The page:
With race as a central theme, this book presents racial stratification as the underlying system which accounts for the difference in outcomes of Whites and Blacks in the labour market. Critical race theory (CRT) is employed to discuss the operation, research, maintenance and impact of racial stratification. The power of this book is the innovative use of a stratification framework to expose the pervasiveness of racial inequality in the labour market. It teaches readers how to use CRT to investigate the racial hierarchy and it provides a replicable framework to identify the racial order based on insight from the Irish case. There is a four-stage framework in the book which helps readers understand how migrants navigate the labour market from the point of migration to labour participation. The book also highlights minority agency and how migrants respond to their marginality. The examples of how social acceptance can be applied in managing difference in the workplace are an added bonus for those interested in diversity and inclusion. This book is the first of its kind in Ireland and across Europe to present inequality, racism and discrimination in the labour market from a racial stratification perspective. While this book is based on Irish data, the CRT theoretical approach, as well as its insight into migrant perspectives, poses a strong appeal to scholars of sociology, social justice, politics, intercultural communication and economics with interest in race and ethnicity, critical whiteness and migration. It is a timely contribution to CRT which offers scholars a method to conduct empirical study of racial stratification across different countries bypassing the over-reliance on secondary data. It will also appeal to countries and scholars examining causal racism and how it shapes racial inequality.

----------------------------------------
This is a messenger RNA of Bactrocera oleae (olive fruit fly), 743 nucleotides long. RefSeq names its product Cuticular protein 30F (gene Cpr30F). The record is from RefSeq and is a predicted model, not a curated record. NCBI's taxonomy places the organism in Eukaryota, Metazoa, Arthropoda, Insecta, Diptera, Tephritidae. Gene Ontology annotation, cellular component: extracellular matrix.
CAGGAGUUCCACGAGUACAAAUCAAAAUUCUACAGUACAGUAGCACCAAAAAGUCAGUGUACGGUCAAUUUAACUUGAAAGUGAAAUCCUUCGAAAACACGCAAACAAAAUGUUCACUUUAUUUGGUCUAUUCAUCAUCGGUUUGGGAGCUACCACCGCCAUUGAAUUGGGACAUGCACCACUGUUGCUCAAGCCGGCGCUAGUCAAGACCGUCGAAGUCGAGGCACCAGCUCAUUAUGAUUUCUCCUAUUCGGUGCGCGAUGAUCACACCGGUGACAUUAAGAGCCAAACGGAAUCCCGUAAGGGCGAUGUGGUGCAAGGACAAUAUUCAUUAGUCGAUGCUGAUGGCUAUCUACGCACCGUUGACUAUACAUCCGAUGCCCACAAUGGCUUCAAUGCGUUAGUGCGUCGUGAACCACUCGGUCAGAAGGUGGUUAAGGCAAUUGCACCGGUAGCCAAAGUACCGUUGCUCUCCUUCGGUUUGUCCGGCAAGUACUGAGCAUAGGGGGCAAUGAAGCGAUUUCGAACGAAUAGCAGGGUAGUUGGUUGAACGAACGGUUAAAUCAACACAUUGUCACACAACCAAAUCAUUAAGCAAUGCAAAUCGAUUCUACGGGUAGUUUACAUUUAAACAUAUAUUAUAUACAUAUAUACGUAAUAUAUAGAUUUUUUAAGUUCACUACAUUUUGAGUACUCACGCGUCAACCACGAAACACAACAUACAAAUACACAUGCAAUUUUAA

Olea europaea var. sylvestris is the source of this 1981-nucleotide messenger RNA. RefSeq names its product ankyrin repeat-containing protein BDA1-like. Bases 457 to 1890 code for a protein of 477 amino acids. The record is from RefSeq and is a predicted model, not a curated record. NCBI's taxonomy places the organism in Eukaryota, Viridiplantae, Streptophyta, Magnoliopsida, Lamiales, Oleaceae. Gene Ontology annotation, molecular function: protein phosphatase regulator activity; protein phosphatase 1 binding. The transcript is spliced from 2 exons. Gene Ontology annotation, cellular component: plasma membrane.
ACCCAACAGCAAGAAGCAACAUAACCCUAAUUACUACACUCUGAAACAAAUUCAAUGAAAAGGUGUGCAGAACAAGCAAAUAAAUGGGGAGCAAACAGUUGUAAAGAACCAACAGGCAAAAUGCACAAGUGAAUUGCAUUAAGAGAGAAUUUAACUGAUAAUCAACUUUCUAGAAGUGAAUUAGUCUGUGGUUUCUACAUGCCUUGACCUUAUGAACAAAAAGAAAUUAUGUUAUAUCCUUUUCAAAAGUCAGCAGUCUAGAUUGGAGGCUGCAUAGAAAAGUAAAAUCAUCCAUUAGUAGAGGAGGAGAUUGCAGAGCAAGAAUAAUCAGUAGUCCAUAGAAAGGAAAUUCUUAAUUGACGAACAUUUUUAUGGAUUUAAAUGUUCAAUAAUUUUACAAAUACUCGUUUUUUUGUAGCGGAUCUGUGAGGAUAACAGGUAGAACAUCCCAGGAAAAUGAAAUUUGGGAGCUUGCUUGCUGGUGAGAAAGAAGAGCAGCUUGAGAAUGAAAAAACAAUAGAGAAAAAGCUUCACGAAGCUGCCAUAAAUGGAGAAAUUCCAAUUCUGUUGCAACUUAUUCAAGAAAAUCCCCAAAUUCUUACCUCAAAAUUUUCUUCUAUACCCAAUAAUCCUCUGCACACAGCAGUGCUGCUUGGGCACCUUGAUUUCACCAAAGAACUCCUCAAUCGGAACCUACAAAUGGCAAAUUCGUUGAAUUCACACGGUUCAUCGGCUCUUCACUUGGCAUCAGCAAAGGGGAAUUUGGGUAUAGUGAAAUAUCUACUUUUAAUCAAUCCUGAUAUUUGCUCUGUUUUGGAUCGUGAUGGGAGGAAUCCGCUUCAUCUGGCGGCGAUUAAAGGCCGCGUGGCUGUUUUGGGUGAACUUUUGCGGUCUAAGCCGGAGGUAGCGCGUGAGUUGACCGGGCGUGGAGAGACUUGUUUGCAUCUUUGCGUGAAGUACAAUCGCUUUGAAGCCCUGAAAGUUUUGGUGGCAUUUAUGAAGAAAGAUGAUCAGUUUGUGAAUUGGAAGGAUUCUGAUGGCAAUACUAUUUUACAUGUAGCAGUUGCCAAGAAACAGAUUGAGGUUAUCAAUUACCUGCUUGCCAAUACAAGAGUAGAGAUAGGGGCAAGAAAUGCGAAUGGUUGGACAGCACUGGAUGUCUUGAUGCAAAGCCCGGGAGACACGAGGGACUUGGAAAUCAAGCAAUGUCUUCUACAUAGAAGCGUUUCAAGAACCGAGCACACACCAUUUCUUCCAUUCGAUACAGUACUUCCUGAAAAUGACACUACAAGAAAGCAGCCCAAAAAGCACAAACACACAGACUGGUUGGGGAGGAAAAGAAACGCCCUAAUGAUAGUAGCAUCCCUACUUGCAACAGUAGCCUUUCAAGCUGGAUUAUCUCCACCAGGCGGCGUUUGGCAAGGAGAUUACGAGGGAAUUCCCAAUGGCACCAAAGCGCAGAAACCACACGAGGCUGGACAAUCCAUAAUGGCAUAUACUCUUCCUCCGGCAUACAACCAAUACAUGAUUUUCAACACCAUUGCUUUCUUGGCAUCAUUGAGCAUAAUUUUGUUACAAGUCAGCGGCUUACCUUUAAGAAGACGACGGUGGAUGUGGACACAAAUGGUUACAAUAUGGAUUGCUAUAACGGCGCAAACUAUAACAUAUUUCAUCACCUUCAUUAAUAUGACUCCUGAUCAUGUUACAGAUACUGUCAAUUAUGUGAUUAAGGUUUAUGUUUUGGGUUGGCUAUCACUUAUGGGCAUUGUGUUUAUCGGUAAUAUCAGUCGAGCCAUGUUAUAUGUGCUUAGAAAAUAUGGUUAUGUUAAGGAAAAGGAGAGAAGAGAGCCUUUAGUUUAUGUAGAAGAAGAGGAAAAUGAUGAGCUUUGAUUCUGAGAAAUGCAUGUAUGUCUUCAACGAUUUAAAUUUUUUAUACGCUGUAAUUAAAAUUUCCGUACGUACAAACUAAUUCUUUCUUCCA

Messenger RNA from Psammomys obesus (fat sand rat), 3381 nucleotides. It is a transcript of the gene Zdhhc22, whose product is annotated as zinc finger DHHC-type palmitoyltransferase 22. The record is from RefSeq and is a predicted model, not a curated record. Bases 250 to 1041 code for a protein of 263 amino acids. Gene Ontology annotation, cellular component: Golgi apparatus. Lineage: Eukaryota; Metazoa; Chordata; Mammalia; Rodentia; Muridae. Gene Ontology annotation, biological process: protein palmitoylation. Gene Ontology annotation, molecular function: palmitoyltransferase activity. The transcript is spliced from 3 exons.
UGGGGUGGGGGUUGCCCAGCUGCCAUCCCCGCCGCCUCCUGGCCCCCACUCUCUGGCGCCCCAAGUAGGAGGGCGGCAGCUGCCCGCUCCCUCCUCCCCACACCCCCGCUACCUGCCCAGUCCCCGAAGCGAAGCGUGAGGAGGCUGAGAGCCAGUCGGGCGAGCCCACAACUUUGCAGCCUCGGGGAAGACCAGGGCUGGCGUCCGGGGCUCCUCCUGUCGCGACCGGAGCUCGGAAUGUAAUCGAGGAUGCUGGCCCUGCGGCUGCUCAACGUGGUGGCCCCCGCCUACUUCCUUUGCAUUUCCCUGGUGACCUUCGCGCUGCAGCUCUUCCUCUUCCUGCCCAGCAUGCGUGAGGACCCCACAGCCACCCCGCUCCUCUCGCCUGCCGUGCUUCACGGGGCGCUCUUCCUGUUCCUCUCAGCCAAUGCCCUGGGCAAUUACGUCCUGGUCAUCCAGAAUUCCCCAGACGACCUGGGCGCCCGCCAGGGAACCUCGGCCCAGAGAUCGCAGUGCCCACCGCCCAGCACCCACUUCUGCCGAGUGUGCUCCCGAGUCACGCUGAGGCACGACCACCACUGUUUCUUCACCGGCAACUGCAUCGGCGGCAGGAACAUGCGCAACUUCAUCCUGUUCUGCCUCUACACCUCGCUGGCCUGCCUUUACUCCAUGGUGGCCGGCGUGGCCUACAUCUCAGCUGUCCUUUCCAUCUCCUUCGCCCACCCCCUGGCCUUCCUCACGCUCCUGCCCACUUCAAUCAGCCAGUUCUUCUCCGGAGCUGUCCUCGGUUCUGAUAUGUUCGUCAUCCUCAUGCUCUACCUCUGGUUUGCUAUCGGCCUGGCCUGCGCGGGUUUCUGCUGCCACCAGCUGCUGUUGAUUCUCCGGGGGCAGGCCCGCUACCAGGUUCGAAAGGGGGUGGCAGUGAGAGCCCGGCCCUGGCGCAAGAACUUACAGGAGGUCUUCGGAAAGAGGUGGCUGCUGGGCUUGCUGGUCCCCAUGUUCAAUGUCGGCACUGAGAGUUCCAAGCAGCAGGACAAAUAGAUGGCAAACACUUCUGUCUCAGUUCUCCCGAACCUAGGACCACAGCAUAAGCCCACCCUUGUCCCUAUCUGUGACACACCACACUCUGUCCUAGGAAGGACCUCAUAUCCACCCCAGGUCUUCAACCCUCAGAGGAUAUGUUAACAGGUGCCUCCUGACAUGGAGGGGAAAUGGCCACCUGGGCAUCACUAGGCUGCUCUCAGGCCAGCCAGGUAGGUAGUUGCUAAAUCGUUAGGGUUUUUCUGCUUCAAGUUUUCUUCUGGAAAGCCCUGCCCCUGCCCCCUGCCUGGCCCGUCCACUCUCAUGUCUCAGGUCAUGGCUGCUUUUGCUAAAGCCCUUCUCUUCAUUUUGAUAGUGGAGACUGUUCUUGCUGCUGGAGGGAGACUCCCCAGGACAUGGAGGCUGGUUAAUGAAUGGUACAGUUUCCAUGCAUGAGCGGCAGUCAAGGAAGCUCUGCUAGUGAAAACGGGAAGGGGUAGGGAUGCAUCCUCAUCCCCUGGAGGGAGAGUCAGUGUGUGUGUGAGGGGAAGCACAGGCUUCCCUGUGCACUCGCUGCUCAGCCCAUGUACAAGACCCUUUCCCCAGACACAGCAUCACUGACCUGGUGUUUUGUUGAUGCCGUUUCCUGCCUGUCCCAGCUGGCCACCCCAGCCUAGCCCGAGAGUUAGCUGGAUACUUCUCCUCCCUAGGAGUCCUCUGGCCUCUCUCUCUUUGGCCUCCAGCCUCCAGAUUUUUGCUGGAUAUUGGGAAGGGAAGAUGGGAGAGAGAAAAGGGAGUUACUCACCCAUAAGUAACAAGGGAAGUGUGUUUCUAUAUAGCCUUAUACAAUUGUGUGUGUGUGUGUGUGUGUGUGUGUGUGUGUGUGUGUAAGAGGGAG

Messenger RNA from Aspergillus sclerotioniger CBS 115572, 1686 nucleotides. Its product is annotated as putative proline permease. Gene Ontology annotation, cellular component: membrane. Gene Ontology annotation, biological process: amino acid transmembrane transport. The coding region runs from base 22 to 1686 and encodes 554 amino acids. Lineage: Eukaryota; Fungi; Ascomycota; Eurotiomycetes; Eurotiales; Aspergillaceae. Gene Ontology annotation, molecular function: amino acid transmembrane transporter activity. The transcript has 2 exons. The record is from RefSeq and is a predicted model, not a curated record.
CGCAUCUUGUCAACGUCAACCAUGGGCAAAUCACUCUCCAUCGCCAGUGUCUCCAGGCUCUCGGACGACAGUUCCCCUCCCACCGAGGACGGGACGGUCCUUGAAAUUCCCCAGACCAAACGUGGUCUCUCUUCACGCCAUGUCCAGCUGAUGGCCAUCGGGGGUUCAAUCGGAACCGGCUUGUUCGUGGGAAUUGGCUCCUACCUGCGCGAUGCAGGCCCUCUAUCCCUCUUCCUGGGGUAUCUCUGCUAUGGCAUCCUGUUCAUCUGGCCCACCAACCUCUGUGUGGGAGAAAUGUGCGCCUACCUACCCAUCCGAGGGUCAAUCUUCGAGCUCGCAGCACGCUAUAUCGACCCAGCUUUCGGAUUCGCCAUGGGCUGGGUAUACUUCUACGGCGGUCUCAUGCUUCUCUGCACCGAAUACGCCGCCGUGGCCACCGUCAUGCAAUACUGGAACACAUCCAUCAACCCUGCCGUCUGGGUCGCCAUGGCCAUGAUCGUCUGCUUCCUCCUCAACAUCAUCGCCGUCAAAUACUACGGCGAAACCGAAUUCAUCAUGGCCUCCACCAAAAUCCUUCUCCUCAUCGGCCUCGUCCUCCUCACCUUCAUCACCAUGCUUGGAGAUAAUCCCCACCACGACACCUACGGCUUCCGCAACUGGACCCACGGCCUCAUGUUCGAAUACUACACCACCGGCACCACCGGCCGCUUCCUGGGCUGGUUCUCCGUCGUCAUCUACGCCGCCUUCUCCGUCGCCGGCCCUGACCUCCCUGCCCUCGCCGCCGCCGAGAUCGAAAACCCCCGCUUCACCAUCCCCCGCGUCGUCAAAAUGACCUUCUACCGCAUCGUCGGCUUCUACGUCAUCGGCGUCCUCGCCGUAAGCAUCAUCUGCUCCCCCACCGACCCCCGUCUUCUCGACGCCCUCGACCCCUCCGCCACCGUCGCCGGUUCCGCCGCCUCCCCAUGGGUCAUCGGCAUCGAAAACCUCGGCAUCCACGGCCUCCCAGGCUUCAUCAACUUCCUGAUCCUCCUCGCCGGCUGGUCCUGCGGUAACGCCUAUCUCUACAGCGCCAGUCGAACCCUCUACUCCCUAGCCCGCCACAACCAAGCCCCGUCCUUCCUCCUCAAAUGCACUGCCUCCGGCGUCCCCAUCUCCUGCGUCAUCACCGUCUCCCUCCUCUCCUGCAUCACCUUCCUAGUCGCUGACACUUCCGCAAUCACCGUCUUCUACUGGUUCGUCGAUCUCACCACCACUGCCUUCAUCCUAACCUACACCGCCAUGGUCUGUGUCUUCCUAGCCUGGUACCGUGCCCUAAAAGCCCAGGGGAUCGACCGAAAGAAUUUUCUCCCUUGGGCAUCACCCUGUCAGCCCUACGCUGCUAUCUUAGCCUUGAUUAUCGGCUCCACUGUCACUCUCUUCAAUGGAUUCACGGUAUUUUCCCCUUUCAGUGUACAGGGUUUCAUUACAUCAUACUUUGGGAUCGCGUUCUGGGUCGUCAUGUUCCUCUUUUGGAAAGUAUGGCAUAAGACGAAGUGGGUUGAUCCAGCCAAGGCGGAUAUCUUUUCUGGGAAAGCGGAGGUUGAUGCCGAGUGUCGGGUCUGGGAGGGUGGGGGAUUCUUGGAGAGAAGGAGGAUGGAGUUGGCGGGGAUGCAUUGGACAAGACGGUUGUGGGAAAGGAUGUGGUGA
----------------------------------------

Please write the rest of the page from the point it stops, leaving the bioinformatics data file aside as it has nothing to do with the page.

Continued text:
James Baldwin, William F. Buckley,
Jr., and the 1965 Cambridge Debate
Daniel Robert McClure
The 1965 debate at Cambridge University between James Baldwin and William F. Buckley,
Jr., posed the question: “Has the American Dream been achieved at the Expense of the
American Negro?” Within the contours of the debate, Baldwin and Buckley wrestled with the
ghosts of settler colonialism and slavery in a nation founded on freedom and equality.
Framing the debate within the longue durée, this essay examines the deep cultural currents
related to the American racial paradox at the height of the Civil Rights movement.
Underscoring the changing language of white resistance against black civil rights, the
essay argues that the Baldwin and Buckley debate anticipated the ways the U.S. would
address racial inequality in the aftermath of the civil rights era and the dawn of
neoliberalism in the 1970s.
Angela Carter‘s Exposure of Flesh-Inscribed Stereotypes
The human body is a crucial site for the inscription of cultural paradigms: how people are perceived controls the way they are treated. Postmodernist writers have shown sexual roles, racial inequalities and other forms of discrimination to be parts of a process of reductio ad absurdum, consisting of the identification of the individual‘s social functions with their anatomical features as well as with the habitual marking of their bodies. This article examines Angela Carter‘s The Infernal Desire Machines of Doctor Hoffman where Carter‘s refusal of established body politics is most clearly dramatised. This novel exposes the dreary consequences of power/weakness relations, together with its contradictory exploitation of Gothic devices, making it an esssential testimony to Carter‘s postmodernist reconfiguration of worldviews and narrative modes.
Towards a critical race theory of the labour market
subjects on the racial strata will have a significant impact on
labour market outcomes of migrants, the oxymoronic nature of such
a pursuit is equally evident. By this I mean that the mere existence of
a hierarchy – in this case racial strata which are predicated on racialinequality, cannot be fully addressed simply by repositioning actors on
the strata unless the racial structures that sustain them are dismantled.
We need racial emancipation that is reflected in the labour market,
not only in Ireland but in all of Europe and the Western world. This is